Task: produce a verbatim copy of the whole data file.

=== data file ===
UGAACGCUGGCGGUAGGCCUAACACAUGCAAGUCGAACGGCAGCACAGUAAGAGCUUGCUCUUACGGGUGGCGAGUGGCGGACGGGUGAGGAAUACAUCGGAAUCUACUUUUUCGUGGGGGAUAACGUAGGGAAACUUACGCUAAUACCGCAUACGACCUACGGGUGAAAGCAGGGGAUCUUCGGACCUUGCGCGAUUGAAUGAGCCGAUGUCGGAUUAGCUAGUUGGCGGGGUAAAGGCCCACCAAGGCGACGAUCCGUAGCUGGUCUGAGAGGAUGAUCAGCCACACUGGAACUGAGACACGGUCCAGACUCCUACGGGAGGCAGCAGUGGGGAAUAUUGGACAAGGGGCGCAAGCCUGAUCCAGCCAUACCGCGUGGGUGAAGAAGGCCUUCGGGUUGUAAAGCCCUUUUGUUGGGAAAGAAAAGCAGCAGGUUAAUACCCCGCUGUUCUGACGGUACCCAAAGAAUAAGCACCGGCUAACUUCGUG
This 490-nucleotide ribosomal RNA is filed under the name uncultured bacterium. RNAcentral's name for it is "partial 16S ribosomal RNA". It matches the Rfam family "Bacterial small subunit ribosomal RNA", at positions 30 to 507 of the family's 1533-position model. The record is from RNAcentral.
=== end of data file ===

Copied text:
UGAACGCUGGCGGUAGGCCUAACACAUGCAAGUCGAACGGCAGCACAGUAAGAGCUUGCUCUUACGGGUGGCGAGUGGCGGACGGGUGAGGAAUACAUCGGAAUCUACUUUUUCGUGGGGGAUAACGUAGGGAAACUUACGCUAAUACCGCAUACGACCUACGGGUGAAAGCAGGGGAUCUUCGGACCUUGCGCGAUUGAAUGAGCCGAUGUCGGAUUAGCUAGUUGGCGGGGUAAAGGCCCACCAAGGCGACGAUCCGUAGCUGGUCUGAGAGGAUGAUCAGCCACACUGGAACUGAGACACGGUCCAGACUCCUACGGGAGGCAGCAGUGGGGAAUAUUGGACAAGGGGCGCAAGCCUGAUCCAGCCAUACCGCGUGGGUGAAGAAGGCCUUCGGGUUGUAAAGCCCUUUUGUUGGGAAAGAAAAGCAGCAGGUUAAUACCCCGCUGUUCUGACGGUACCCAAAGAAUAAGCACCGGCUAACUUCGUG
This 490-nucleotide ribosomal RNA is filed under the name uncultured bacterium. RNAcentral's name for it is "partial 16S ribosomal RNA". It matches the Rfam family "Bacterial small subunit ribosomal RNA", at positions 30 to 507 of the family's 1533-position model. The record is from RNAcentral.